In Southern California, Lancaster Choice Energy wanted to develop a ratepayer-funded energy efficiency program. The Frontier Energy team guided Lancaster Choice Energy through the regulatory requirements and supported them through the program plan process so that it could provide programs tailored to the community’s needs. This first-of-its-kind energy efficiency program was approved in May 2018 and will soon be available to its customers.
Since 2000, we have provided staffing and management for CaFCP, a public-private collaborative recognized worldwide as the epicenter for market introduction of FCEVs and retail hydrogen stations. Our staff’s dedication, expertise, and creativity helped bring the technology from “someday” to now available.
The Frontier Energy team catalyzes stakeholders, vehicle and station operators, regulatory agencies, and the codes and standards community. We guide the creation of technology roadmaps and action plans; lead marketing and outreach; develop training materials; and deploy the Station Operational Status System.
Our team’s expertise in market introduction of zero emission vehicles extends to other clients’ projects in fuel cell and plug-in electric vehicles.
For 30 years, the Frontier Energy team has operated the Food Service Technology Center, the most-respected lab for performance testing commercial kitchen equipment. We extended the lab to test commercial kitchen ventilation, building HVAC systems and to include ASHRAE refrigeration test standard method development.
The lab is fully instrumented and ISO 17025 accredited. Our engineers and technicians have overseen the development and maintenance of more than 40 ASTM test methods that form the basis for programs that drive higher energy performance.
To have your equipment tested in our lab or become a utility partner in the lab, please contact David Zabrowski.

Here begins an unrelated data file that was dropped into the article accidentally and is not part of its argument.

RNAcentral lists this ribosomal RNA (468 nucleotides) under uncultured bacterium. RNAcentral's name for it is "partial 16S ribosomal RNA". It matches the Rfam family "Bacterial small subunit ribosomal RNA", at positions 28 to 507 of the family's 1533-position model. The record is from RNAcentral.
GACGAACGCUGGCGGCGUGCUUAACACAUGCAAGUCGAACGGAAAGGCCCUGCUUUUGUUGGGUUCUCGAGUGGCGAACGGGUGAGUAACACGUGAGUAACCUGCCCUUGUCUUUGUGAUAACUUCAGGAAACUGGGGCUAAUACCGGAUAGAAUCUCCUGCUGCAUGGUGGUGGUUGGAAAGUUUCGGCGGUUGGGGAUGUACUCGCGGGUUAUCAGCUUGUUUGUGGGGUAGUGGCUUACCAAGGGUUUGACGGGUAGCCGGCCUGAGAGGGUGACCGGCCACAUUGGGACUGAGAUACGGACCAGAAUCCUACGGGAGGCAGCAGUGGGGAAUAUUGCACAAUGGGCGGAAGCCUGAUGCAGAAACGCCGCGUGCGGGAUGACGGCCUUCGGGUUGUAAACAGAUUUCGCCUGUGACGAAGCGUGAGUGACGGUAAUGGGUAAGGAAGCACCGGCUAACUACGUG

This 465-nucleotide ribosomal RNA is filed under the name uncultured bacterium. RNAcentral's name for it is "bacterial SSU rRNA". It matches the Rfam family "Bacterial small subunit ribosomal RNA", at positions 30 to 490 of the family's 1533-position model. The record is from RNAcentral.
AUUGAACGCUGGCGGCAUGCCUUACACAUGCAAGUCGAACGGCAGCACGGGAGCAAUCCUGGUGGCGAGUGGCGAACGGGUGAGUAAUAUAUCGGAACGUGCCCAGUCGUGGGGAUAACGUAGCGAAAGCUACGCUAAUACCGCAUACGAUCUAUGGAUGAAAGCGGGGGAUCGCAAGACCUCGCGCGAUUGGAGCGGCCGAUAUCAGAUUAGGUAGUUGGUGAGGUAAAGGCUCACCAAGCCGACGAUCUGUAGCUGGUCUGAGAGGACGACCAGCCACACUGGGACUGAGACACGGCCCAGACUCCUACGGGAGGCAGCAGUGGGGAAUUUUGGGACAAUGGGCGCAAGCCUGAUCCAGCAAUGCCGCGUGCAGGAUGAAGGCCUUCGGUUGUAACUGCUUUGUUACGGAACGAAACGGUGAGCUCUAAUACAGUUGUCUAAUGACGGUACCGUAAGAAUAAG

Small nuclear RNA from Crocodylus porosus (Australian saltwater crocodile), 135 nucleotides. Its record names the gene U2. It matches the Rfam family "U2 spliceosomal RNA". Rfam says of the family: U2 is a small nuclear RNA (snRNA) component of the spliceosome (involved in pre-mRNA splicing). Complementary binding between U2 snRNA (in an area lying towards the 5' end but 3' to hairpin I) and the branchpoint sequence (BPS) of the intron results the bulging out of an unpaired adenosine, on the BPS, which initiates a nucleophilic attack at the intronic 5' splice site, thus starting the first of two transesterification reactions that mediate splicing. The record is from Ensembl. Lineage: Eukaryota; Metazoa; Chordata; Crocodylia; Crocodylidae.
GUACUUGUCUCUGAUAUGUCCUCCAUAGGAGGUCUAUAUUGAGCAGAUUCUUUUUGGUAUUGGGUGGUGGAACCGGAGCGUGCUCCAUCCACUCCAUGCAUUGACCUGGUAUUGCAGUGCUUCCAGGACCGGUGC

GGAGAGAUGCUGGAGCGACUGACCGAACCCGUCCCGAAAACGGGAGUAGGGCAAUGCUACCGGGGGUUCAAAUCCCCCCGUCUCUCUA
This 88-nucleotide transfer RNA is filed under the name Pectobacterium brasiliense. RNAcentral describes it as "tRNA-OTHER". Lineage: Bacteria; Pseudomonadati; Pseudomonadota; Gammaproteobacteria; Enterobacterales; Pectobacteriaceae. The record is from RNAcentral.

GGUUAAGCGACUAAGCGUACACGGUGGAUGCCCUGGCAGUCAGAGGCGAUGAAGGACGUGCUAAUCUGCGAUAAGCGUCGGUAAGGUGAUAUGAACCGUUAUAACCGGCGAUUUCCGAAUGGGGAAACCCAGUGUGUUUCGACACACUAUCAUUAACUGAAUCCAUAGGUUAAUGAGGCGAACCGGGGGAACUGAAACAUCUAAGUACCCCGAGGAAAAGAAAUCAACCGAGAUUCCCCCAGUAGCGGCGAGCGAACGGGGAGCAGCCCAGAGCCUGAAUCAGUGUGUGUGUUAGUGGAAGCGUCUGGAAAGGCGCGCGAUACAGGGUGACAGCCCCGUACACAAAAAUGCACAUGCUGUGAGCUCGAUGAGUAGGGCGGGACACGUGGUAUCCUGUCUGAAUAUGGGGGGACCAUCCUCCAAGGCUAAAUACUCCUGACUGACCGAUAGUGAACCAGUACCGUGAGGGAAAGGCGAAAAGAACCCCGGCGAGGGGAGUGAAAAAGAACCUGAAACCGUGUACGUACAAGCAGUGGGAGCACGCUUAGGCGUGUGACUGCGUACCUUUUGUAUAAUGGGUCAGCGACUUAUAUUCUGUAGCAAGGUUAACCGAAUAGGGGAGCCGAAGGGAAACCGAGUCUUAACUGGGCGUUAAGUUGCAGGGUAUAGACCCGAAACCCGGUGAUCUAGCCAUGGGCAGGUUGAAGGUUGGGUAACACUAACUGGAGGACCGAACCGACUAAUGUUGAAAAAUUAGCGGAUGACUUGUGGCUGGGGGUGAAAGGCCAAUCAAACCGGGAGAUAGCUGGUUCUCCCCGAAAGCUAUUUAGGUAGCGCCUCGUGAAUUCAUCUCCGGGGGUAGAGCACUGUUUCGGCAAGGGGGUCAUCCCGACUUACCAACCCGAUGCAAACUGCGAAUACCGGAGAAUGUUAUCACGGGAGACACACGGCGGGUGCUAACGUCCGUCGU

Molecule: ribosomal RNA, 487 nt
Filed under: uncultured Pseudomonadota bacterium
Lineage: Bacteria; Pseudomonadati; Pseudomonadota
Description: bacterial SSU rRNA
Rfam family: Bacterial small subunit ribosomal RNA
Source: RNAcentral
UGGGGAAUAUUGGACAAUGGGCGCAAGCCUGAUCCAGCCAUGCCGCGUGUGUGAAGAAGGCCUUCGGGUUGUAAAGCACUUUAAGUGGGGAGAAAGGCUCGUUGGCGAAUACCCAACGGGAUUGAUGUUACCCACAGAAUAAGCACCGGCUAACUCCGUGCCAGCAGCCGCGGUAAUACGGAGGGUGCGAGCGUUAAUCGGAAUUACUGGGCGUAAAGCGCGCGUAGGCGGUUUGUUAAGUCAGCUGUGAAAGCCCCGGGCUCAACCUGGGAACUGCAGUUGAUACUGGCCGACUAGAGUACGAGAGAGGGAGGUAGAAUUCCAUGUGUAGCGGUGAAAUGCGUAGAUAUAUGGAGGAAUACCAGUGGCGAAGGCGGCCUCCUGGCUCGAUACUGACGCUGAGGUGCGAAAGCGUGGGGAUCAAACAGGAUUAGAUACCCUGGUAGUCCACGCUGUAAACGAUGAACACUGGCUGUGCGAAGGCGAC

Food and energy waste costs the food service industry billions of dollars annually. To help stem the loss, Frontier Energy created Fe3, a one-of-a-kind elearning system that teaches food service professionals to treat energy and water like other commodities. Six graphically-rich modules include specific learning objectives, post-tests, videos, web links, and gamification.
Our team also provides seminars and webinars about energy- and water-saving practices, equipment specification, commercial kitchen ventilation, and ways to “green” a restaurant for utility or manufacturer customer service reps and equipment dealers. We also provide hands-on training by chefs for chefs to prove that energy efficient equipment cooks delicious food. Learn more
For more than 30 years, Frontier Energy has worked with power industry researchers to improve the safety, efficiency, operating flexibility, and environmental performance of fossil fuel and renewable power plants. Most notably, we’ve supported major initiatives of the Electric Power Research Institute (EPRI) in technology development roadmapping, advanced power plant cost and performance characterization, emissions control (for criteria pollutants, trace substances, and CO2), and technology demonstration. We continue to provide “state of technology” synopses for power generation and energy storage technologies and to organize tours of innovative power plants to help EPRI members stay abreast of technology advances.
CCS encompasses a suite of technologies to capture CO2 that would otherwise be emitted at power plants or industrial facilities and store it securely away from the atmosphere in geologic formations or long-lived building materials or other products. Frontier Energy has investigated all facets of the CCS chain, including pre-combustion, post-combustion, and oxy-combustion capture; CO2 conditioning and compression; pipeline transportation; geologic storage; and beneficial use technologies. For a decade, we helped manage the West Coast Regional Carbon Sequestration Partnership (WESTCARB), a public-private collaborative project funded by the U.S. Department of Energy, the California Energy Commission, and industry partners. WESTCARB conducted numerous CO2 storage resource studies and technology validation field projects. We’ve also conducted CCS technical and economic assessments for the Electric Power Research Institute and looked at the business case plan for commercial geologic CO2 storage in California’s central valley.